Reroute your travels along Australia's Coral Coast by exploring the west's great coastal triangle adventure.
Carnarvon, Coral Bay and Quobba Station are all stunning seaside escapes located within a few hours of each other yet have their own distinct allure. Carnarvon is the juicy regional hub often called 'the fruit bowl of WA', Coral Bay is the secluded beach getaway and a springboard into Ningaloo's underwater playground, and Quobba Station is the rural retreat into WA's sheering past.
A visit to all three will give you a great appreciation of how diverse the sceneries are along Australia's Coral Coast and the unique experiences you can embrace all within a short drive.
The regional hub is most famous for growing bananas, but the city has other golden merits too; temperate climate, laidback lifestyle, astronomical sights, palm-lined foreshore, natural splendours and its very own outdoor supermarket.
The tutti-fruity capital produces 80% of the State's tropical fruits and vegetables alongside freshly caught seafood. There is even a scenic drive dedicated to its tasty treats, 'The Fruit Loop' trail along the North and South River, so make sure to bring on your hunger game! The loop passes through lush green plantations along the Gascoyne River banks and local vendors selling edible gold – locally made ice-creams, relishes, and other delicacies. It's what makes Carnarvon the right locale to treat your mind and body with its locally-sourced food for the soul.
But that's not only what makes Carnarvon so sweet; here are the top things not to miss:
- Have a taste of Carnarvon driving along 'The Fruit Loop' trail and visiting the Instagram favourite towering cacti garden.
- See the 'Big Dish', which played a part in broadcasting the first moon landing at the Carnarvon Space and Technology Museum.
- Shop where the locals shop at the Saturday morning Gasycoyne Growers Market and find yourself some handmade trinkets, artworks and foodstuffs. If you are planning on visiting during August to September, check out the Gascoyne Food Festival.
- Journey the Gascoyne Hinterland to take on the world's largest monocline, Mount Augustus, and explore the rugged outback at Kennedy Range National Park to see the unique hexagon-like formation, Honeycomb Gorge.
- Discover the Gascoyne regions' five Aboriginal language groups' culture and country through history and art with a visit to Gwoonwardu Mia, Gascoyne Aboriginal Heritage and Cultural Centre.
Carnarvon has a range of accommodation to suit all budgets from traditional caravan parks, station stays, and hotel accommodation.
It's time to make a splash in WA's much-loved natural aquarium, Coral Bay, located on the shores of Ningaloo Reef and 2.5 hours' drive north of Carnarvon.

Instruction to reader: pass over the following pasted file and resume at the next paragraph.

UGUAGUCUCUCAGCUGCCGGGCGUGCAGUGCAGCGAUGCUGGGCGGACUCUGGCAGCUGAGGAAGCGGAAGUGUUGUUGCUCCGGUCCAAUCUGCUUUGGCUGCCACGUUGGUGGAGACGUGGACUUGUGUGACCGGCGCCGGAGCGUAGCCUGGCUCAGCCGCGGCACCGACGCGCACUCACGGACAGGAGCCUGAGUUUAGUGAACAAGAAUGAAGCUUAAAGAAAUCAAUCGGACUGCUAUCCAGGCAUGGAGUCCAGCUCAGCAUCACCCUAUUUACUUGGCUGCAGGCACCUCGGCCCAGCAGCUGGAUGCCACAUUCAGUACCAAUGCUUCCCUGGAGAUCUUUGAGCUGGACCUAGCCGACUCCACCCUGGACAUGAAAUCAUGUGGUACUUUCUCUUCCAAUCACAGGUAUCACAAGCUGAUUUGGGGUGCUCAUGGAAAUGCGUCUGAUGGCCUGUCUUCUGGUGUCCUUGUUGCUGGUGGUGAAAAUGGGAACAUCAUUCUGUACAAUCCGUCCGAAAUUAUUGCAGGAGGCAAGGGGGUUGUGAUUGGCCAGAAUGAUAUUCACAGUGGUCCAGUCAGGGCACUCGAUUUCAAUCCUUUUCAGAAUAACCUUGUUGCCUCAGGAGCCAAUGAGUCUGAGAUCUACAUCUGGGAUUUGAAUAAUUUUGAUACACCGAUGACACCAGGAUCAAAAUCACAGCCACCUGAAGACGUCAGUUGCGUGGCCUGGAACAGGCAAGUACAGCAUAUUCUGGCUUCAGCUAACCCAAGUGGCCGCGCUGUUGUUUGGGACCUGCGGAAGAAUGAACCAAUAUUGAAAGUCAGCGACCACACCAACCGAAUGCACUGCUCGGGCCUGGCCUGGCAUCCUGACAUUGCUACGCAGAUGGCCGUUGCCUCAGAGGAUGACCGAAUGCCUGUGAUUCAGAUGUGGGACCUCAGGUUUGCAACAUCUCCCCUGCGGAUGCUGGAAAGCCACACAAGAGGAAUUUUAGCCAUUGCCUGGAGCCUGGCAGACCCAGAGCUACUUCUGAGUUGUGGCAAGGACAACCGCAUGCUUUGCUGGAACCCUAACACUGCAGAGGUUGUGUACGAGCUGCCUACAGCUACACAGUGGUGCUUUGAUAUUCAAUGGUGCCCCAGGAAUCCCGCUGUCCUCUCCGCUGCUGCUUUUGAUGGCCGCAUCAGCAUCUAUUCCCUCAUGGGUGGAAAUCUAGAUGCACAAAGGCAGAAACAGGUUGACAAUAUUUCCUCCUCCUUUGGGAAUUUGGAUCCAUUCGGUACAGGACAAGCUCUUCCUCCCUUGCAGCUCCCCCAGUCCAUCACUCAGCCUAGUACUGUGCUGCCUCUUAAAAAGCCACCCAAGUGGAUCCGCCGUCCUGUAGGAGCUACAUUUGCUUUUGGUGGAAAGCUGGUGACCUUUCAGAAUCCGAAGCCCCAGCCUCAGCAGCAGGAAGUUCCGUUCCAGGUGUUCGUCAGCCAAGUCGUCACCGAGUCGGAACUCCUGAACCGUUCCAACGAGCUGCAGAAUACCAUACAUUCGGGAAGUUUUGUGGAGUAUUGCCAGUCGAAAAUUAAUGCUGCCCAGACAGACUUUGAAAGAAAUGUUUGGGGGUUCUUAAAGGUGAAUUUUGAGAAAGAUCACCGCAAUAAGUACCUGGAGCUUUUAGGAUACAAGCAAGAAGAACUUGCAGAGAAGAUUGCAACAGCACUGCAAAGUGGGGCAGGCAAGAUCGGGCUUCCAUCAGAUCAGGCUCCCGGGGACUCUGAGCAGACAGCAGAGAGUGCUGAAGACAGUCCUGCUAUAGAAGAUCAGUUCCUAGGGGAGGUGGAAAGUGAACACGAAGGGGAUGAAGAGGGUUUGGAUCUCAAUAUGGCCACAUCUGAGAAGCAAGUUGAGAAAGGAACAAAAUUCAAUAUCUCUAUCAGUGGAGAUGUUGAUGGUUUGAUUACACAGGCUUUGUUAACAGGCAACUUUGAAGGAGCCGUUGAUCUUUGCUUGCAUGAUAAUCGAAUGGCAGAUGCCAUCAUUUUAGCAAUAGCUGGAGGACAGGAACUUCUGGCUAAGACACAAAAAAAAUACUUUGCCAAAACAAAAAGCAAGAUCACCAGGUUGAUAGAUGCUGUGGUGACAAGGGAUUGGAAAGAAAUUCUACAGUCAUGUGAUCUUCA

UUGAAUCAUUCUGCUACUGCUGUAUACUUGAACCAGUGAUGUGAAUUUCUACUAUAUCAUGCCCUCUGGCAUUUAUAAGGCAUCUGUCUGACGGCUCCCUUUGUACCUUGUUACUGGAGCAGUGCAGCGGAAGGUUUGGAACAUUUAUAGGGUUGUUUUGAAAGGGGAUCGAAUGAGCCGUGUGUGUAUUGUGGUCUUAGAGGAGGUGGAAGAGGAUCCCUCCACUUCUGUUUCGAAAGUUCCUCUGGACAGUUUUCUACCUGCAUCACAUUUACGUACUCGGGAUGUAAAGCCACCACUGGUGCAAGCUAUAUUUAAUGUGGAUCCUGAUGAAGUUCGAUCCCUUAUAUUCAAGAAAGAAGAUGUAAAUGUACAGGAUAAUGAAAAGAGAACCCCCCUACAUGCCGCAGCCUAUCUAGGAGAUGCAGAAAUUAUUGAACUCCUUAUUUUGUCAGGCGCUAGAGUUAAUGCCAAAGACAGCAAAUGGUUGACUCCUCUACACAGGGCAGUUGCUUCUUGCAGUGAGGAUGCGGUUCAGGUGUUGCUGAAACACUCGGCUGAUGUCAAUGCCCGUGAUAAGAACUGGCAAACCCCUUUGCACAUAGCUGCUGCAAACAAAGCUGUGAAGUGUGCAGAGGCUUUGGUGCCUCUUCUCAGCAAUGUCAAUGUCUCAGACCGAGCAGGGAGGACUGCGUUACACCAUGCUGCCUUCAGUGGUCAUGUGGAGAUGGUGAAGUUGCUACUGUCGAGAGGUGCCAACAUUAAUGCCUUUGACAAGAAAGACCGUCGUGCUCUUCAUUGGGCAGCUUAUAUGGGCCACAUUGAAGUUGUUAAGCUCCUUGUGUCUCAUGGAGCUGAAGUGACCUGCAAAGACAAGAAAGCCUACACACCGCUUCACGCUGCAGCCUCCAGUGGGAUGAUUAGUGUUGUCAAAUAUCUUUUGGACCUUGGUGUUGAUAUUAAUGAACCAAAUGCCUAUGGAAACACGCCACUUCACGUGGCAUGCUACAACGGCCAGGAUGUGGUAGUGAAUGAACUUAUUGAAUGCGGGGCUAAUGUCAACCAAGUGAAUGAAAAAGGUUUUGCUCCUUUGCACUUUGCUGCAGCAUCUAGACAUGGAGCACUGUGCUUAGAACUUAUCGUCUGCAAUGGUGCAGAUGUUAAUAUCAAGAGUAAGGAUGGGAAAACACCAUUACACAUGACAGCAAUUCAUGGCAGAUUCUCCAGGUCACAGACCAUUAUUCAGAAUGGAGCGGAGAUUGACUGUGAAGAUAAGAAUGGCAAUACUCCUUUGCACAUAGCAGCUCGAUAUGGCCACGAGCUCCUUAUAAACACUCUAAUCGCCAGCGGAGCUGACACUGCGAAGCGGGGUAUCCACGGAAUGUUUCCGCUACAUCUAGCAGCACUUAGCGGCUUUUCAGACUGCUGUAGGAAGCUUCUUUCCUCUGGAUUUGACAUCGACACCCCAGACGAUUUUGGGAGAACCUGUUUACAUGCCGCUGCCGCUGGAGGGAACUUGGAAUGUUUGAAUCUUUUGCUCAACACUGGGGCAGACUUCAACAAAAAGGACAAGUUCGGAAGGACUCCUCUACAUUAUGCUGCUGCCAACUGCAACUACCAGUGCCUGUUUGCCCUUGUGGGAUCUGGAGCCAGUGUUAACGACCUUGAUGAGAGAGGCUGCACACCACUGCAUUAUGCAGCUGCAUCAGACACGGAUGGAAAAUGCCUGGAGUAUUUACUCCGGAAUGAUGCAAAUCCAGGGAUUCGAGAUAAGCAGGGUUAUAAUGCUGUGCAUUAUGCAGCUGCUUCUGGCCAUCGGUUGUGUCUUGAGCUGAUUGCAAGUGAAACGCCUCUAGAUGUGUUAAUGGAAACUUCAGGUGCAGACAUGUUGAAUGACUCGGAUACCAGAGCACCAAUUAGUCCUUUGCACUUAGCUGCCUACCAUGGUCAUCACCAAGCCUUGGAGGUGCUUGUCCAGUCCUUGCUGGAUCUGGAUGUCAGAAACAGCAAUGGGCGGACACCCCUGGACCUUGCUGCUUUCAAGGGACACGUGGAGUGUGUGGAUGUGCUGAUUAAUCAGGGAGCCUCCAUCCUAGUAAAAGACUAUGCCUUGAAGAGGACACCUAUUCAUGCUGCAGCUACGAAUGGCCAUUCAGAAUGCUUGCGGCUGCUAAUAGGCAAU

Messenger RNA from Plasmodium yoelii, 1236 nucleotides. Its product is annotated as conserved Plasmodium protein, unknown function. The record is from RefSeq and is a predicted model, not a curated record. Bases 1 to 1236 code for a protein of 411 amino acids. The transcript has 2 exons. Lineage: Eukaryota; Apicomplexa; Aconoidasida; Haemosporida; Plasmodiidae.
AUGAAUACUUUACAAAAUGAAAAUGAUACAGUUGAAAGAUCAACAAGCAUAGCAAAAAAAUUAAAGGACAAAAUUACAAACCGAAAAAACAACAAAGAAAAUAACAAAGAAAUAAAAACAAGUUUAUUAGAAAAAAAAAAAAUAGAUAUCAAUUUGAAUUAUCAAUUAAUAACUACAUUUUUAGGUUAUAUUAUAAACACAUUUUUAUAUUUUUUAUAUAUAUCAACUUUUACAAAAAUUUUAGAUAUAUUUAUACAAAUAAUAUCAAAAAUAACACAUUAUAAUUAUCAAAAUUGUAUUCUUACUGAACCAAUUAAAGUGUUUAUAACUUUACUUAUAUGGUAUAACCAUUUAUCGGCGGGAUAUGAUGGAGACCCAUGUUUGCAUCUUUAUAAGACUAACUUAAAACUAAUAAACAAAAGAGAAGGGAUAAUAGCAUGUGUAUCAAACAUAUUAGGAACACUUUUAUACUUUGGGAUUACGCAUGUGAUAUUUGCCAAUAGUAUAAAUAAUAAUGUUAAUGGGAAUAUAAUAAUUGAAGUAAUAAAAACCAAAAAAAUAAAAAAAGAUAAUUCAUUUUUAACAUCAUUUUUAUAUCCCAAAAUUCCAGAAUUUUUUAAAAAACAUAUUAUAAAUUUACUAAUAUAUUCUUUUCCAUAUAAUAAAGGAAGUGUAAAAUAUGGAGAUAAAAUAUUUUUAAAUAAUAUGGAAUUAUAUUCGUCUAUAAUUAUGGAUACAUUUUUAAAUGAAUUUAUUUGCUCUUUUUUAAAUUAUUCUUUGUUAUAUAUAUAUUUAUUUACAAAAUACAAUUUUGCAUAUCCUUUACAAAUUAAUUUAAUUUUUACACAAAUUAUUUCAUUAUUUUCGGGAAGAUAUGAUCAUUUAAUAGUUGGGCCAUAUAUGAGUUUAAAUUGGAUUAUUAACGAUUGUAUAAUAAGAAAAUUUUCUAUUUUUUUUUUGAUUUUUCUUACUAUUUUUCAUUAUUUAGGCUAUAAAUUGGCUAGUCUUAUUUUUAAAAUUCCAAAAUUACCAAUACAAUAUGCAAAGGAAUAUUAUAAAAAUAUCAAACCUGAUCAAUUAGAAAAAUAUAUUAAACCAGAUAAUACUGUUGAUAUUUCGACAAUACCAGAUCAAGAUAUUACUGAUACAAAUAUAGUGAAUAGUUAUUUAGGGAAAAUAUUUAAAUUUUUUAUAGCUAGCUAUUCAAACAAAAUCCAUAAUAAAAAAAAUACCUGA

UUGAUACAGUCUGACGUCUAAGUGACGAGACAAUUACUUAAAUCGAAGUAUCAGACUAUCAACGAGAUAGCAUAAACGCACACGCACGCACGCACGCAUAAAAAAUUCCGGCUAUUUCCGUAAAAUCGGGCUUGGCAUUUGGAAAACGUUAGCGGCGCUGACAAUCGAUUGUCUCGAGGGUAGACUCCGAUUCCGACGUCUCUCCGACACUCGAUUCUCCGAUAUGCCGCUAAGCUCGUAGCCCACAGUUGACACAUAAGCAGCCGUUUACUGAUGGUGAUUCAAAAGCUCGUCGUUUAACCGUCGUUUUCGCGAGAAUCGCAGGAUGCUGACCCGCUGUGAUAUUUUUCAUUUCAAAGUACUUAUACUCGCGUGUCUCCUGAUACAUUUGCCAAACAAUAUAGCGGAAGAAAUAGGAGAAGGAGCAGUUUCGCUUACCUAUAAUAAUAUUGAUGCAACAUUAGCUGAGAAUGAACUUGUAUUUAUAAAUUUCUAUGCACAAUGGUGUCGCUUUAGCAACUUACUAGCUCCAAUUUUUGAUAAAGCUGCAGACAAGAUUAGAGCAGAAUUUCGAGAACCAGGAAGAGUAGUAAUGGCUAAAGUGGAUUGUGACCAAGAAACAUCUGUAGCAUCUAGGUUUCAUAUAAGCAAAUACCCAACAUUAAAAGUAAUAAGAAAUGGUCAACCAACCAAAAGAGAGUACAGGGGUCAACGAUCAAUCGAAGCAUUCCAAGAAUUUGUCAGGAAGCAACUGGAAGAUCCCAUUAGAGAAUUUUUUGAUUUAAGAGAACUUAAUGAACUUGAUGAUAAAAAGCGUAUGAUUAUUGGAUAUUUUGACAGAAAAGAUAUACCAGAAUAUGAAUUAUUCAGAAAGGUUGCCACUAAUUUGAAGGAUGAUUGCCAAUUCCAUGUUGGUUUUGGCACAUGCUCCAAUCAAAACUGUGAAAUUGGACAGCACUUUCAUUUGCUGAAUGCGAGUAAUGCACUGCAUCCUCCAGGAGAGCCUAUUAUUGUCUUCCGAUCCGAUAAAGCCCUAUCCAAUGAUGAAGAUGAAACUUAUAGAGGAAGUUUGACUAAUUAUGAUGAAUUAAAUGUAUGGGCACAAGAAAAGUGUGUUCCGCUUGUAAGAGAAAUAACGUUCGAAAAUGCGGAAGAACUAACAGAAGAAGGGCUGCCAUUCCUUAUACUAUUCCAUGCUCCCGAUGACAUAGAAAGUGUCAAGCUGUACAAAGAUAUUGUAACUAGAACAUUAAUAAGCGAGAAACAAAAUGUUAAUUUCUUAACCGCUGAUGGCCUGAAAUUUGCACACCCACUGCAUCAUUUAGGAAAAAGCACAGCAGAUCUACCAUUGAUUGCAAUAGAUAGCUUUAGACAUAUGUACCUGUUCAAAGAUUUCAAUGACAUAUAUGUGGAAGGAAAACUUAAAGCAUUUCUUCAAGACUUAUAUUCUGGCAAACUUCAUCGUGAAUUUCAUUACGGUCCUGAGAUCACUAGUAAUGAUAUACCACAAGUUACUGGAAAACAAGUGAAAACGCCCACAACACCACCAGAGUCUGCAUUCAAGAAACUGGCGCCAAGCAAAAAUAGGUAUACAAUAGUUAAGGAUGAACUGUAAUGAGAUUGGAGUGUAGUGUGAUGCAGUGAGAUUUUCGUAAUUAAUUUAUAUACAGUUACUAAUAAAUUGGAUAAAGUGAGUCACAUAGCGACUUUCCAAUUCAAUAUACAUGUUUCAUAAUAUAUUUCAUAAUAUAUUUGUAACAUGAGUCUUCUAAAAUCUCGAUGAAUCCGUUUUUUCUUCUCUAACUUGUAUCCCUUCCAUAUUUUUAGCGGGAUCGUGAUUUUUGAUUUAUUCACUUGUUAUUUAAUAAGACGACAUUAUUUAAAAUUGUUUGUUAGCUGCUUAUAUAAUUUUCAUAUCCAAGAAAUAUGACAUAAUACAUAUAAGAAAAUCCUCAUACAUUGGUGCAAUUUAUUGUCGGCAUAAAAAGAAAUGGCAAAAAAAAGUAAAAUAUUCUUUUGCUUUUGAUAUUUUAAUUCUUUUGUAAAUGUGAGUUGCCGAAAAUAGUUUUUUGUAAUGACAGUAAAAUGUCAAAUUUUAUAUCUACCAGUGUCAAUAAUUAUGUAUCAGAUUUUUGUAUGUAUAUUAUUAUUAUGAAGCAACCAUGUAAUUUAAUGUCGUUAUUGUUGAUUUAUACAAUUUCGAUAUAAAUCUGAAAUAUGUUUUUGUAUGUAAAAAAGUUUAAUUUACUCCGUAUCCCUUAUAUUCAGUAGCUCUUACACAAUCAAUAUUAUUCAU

The snorkeler's paradise is one of the most colourful spots along the Coral Coast Highway, famed for its coral gardens and thriving marine life within metres of its calm waters and sandy shores. The coastal playground also wins visitors over with its pristine beach weather all year round and easy accessibility to walk from one end to another in less than 15 minutes.
But those who venture beyond the laidback strip are in for a wild time with the opportunity to swim with whale sharks and manta rays or join a humpback whale tour. Whaleshark (March to July) and Humpback tours (July to October) are subject to seasonal migration, and you can swim with manta rays all year.
Coral Bay may be a tiny town, but it is massive on adventure. Here are the top things not to miss:
- Have a swim with the local turtles, manta rays, whale sharks, or humpback whales.
- Go on a 4x4 buggy trekking to secret beaches for incredible snorkelling.
- See the bay in a new light with an overnight-cruise looking for wildlife.
- Charter a fishing boat for bottom-fishing or deep-sea fishing.
- Learn to dive and discover the depths of Ningaloo Marine Park.
- Fly high over the reef on a scenic flight.
- See the coral gardens without getting wet on board a glass-bottom boat.
Coral Bay has a range of accommodation to suit all budgets from traditional caravan parks, station stays, and hotel accommodation.
It's time to take your holiday back to basics and get a feel for rustic realness at the rural retreat, Quobba Station.
The off-beat sea change escape was initially built in 1898 with the 187,000-acre working pastoral station used to manage merino (woolly) sheep. It continues to be a family-run business raising Damaras (South African meat sheep) and offers a unique outback experience just 1 hours' drive north of Carnarvon.
Its shearing past has been reimagined as rustic accommodation in its former farmer cottages and shearing quarters in an outstanding remote location along the Indian Ocean coastline.
Quobba Station is all about having authentic and raw experiences. Here are the top things not to miss:
- Master the waves at surfing paradise Red Bluff, located at the northern end of Quobba Station.
- Explore the Gidgee Trail, a 4.8km flat inland path along the coast in under 2 hours.
- See jets of water erupting into the air with a visit to Quobba Blowholes.
- Snorkel your way around Point Quobba's coral-filled lagoon known locally as 'the aquarium' and see its rugged cliffs and shell-covered beach. It's a perfect spot for a picnic too!
- Have your photo opportunity under the 'King Waves Kill' sign at the T-junction just before you reach Quobba Station.
- Enjoy a sundowner bevy at the station's wooden bar along the sand dunes by the beach. (Just BYO happy hour beverage!)
Quobba Station has a range of accommodation from camping, safari tents, and rustic shacks.